‘Sick Empire’: The Effects COVID-19 Has Had On Rent Payments in NYC

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In the second episode of “Sick Empire,” host Branden Janese talks about how monthly rent doesn’t stop in New York City, even during the pandemic.

During the coronavirus pandemic, 40 million people have filed for unemployment, Fortune reported. Janese discusses why making rent is a huge problem for New Yorkers, even though it wasn’t a problem before the pandemic. She also talks about how the pandemic, which has over 200,000 cases in New York City, has impacted the homeless population.

Since the pandemic began, there have been calls by activists across the nation to put a pause on rent payment. The #CancelRent movement has called for rent strikes and for landlords to not evict tenants until the pandemic ends. In March, New York Governor Andrew Cuomo suspended mortgage payments and foreclosures, Politico reported.

In May, 25 percent of New York City tenants did not pay rent, according to The Real Deal. Leaders of the #CancelRent movement has said Black communities, who have been hit the hardest by the pandemic, are now also experiencing police violence, as communities around the continue to fight against police brutality following the death George Floyd.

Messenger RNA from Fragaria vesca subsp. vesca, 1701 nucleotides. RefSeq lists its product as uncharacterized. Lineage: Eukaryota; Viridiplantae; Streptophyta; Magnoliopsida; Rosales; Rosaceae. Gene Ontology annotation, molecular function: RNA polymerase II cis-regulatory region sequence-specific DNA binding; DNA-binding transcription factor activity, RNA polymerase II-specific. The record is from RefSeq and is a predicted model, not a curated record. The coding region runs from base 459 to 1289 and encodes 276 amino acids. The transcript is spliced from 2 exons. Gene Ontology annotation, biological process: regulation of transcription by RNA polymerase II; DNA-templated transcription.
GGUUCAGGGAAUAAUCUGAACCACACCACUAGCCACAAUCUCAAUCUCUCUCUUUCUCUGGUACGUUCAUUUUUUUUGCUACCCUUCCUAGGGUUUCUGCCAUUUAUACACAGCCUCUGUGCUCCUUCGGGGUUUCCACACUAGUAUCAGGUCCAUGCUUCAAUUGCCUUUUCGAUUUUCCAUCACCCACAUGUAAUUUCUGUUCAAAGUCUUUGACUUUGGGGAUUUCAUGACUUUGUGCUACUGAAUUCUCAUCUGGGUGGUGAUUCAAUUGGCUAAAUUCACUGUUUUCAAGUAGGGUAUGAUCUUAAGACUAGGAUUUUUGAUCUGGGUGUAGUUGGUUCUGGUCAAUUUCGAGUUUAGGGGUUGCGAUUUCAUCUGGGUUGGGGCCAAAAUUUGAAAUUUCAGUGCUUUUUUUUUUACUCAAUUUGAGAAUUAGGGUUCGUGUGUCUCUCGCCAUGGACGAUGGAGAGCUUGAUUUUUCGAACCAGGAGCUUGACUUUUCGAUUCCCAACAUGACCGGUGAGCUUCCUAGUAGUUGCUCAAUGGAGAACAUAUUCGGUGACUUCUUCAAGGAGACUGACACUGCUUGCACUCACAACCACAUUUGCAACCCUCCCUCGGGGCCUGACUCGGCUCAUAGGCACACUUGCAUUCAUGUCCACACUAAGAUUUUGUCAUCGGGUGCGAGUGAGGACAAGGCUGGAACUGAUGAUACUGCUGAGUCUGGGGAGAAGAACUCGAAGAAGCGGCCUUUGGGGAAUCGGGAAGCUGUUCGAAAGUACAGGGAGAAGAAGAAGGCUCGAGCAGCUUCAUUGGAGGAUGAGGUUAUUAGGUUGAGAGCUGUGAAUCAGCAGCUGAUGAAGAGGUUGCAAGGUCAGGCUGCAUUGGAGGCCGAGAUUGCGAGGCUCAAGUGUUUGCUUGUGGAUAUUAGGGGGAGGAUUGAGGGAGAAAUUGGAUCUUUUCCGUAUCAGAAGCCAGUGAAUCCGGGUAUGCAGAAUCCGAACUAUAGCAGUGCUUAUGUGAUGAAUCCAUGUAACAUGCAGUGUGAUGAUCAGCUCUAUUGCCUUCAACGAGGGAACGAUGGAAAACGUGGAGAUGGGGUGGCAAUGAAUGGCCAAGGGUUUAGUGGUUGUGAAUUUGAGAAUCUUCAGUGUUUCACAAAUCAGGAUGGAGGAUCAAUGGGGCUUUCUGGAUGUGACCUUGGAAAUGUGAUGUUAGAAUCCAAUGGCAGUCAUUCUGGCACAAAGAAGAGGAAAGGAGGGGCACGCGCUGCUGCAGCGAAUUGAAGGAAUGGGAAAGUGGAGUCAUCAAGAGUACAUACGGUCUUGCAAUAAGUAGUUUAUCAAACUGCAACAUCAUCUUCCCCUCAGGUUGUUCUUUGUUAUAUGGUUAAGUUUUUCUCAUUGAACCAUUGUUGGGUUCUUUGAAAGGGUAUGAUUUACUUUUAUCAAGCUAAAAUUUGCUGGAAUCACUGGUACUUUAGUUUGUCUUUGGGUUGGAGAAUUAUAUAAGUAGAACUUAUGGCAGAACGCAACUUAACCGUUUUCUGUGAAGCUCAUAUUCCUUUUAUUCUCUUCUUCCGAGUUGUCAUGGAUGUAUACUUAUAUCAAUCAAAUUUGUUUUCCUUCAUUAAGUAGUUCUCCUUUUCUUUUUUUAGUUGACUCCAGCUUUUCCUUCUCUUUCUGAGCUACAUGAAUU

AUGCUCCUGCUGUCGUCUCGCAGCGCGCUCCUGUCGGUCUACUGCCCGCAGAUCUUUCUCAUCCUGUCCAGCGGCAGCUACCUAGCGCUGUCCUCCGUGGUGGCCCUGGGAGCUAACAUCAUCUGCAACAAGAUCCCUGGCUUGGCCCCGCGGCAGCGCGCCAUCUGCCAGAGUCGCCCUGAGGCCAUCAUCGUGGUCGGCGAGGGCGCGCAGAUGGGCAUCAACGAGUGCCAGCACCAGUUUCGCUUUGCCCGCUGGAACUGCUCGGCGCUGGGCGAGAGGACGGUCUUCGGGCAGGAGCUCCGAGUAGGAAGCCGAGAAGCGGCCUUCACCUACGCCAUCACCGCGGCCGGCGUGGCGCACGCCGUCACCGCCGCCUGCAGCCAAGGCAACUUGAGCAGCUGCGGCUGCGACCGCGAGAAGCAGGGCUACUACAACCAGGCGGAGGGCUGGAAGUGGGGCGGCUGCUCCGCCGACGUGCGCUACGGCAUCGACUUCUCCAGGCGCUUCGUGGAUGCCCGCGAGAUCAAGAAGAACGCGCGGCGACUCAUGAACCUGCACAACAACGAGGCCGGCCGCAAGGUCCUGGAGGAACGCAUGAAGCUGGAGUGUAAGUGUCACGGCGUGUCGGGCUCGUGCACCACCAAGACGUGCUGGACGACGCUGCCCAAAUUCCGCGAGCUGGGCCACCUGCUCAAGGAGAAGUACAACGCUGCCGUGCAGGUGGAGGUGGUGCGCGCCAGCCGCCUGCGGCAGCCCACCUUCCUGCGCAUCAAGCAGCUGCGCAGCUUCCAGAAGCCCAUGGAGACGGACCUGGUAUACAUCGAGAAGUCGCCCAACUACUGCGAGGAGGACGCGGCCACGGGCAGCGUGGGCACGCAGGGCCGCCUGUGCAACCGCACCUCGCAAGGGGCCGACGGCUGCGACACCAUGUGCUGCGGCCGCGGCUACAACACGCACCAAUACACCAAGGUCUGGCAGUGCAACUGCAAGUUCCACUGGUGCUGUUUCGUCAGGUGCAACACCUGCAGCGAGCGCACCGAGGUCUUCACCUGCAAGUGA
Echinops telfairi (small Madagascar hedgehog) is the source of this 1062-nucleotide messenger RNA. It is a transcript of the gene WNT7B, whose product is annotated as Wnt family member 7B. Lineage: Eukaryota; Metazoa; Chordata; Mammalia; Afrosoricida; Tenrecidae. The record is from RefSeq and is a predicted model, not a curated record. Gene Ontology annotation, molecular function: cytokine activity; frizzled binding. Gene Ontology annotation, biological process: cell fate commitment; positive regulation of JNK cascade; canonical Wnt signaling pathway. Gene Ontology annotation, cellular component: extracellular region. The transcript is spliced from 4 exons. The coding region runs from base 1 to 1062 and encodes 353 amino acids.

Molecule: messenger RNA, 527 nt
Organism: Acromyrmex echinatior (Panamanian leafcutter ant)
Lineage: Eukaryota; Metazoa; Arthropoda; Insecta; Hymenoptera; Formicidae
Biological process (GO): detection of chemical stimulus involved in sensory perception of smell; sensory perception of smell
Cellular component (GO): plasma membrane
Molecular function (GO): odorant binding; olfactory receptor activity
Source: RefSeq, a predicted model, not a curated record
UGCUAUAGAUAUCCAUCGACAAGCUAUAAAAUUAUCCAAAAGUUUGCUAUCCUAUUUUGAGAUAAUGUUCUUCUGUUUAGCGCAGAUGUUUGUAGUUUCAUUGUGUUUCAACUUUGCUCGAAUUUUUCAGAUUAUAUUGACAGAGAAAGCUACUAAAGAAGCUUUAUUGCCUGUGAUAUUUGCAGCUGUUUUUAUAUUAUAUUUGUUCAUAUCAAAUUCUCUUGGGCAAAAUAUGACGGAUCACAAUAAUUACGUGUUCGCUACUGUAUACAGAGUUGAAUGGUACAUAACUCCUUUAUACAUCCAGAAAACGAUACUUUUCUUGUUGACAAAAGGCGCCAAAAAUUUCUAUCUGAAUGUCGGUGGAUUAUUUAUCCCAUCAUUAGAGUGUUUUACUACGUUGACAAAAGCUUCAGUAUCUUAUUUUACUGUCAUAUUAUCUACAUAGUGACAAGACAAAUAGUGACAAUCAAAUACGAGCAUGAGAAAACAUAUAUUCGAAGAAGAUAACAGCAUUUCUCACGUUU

“Black people are getting killed by COVID-19 and cops. Many of us have no money to pay rent in June or for the rest of the summer. Our jobs are gone, and aren't coming back. Our government has abandoned us. We’re at a breaking point. We’re going to take our pain directly to the doorsteps of those who think they can hide from us in their mansions this summer. #CancelRent is a battle cry – not some polite slogan. We’re at war with the corporations and super rich who don’t care if we lose our homes or our lives. They are making loads of money at our expense,” Donnette Leftord, who has been unemployed since March because of COVID-19, said in a statement to Progressive Cities obtained by The North Star.

The podcast “Sick Empire,” which was released in May, is a podcast that focuses on giving a voice to Black and Brown communities living in New York City during the coronavirus pandemic.

“If listeners can leave each episode of ‘Sick Empire’ with one takeaway, I hope that it’s a finer tuned awareness towards the struggle of your neighbors. This podcast engages and represents every voice in the city,” said Janese in a previous statement. “I feel that ‘Sick Empire’ introduces stories that reroute our points of view – to a place where diversity is not a distraction, but a connection.”

Members of The North Star can get a first listen at the second episode of Sick Empire by clicking here.


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